HDC_of_FRONT_BUFFER, // SOURCE buffer. We are taking from that back canvas.0, // Horizontal start copying from.0, // Vertical start copying from.
SRCCOPY // Just want a straight copy.
ReleaseDC( Handle_of_MainWindow, HDC_of_MainWindow ) ;
I want the listbox to be added to the front buffer (this is not the screen). It is a collection of buffers that I am combining then later placing them to the screen.
Why does the following not work? It works without the ShowWindow part added. It does not show the listbox this way. What should I be doing to put the listbox in the buffer? I do not want to put a final buffer to the screen and then (after that) put the listbox to the screen. I want it all in the buffer and then the buffer alone to be put to the screen.
StretchBlt(HDC_of_FRONT_BUFFER, 0, 0, W, H, HDC_of_Something, 0, 0, W, H, SRCCOPY);
//This does not show up.
How do I add listboxes to a back buffer and use that?
The listbox seems to be there but invisible.
The way that I did it before, the listbox was there but invisible.
I could detect clicking on the area where the listbox was supposed to be was not allowing me to click on the main window.
I click where the listbox is blocking other things, but nothing happens.
It is invisible or just blocking my clicks to the main window. I want to see the listbox and interact with it.
A ListBox is just a Window, so if you call ShowWindow using its handle, then it may cover part of your main window. That in turn will receive a WM_PAINT message and redraw itself, which may well have the effect of hiding the ListBox. I am really having difficulty understanding what you are trying to do here. The most common use of ListBoxes is as part of a DialogBox, or CFormView. If you want it as part of your MainWindow then you need to add it into the client zone, and not overwrite it with the main window.
It is the window (a window) itself which is represented by a listbox that I am interested in being able to place in a buffer and then placing that buffer to the screen.
It could be a textbox (created via a window) or some subclassed window from elsewhere like a subclassed browser window or a subclassed game, etc. I want to be able to put all of this in a buffer before placing the result to the screen. Does that help to explain it?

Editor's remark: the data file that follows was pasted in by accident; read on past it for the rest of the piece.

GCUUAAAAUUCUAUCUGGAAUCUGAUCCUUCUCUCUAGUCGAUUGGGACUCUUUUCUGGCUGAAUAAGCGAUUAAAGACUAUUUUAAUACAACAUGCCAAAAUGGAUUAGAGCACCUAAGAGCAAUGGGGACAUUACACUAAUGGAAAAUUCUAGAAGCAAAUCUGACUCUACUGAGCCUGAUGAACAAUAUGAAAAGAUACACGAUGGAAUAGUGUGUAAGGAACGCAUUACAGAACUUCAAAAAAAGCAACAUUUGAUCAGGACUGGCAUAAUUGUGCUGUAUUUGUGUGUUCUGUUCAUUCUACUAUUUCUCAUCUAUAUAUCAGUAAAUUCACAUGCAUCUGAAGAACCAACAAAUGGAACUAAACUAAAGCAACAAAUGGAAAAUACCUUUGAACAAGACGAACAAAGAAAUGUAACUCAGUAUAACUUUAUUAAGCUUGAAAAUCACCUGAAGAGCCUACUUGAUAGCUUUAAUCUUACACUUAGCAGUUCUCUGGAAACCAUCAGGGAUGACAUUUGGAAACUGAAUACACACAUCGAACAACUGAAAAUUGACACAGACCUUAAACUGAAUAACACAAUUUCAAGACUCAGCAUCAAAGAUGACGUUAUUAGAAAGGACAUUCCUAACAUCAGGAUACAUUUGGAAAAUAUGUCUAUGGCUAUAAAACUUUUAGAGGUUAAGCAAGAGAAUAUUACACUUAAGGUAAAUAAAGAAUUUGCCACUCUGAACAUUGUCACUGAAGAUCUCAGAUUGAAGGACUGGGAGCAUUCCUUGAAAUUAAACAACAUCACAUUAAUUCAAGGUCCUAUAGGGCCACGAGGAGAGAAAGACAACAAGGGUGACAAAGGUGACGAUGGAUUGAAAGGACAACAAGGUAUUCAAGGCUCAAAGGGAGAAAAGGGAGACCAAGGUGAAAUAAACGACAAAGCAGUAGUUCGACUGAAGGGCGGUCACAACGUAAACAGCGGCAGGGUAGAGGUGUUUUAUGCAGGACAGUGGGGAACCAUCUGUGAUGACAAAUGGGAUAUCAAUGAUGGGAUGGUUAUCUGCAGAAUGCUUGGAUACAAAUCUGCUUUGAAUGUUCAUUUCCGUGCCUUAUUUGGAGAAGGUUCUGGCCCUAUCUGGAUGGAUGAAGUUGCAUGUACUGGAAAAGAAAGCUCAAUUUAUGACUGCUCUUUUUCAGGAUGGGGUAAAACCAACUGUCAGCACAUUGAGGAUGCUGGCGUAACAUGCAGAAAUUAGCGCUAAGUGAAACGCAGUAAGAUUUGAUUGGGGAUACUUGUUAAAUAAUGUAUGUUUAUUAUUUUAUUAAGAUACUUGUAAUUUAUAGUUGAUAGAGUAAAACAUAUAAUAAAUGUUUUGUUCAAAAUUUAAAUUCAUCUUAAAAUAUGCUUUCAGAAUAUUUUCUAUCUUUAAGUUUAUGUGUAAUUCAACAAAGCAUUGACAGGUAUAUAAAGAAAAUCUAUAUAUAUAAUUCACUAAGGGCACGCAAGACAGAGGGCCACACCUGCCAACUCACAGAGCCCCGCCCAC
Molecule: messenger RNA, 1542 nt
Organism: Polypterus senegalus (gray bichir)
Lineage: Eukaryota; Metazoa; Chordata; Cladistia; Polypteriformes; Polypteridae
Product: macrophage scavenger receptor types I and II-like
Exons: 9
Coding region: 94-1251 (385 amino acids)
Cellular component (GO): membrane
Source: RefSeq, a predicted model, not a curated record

Here is where this issue was discovered:
I noticed that sometimes on some computers that multiple items show up on the screen one at a time slow enough that I and other people detect a lag in the screen being fully created. Memory overloaded, or cpu overloaded, or too much other programs running for smooth response at the screen level. I do not want that. I prefer that my program places everything in a buffer then places that one cohesive buffer to the screen, and not one piece at a time. I can do this with text. I can do this with bitmaps. I should be able to do this with windows (listboxes, textboxes, subclassed outside windows).
I tried. I studied. I tried placing almost randomly attempts to break through my ignorance of how to do this.
I noticed that sometimes on some computers that multiple items show up on the screen one at a time slow enough that I and other people detect a lag in the screen being fully created. Memory overloaded, or cpu overloaded, or too much other programs running for smooth response at the screen level.
I guess that meant that I was disappointed with my current attempt to add a generic window to a buffer and then to be able to put that buffer to the screen (showing the window).
I have been trying to create or subclass a window (in this example a listbox), and place that window (I guess as a child window?) into or on a buffer, and then place the buffer to the screen. It "did not work." meant that I failed in the attempt.
Same goal of adding a listbox to a back buffer and using that. Generally, the listbox is just an example of some window that I can get a handle of in my attempts.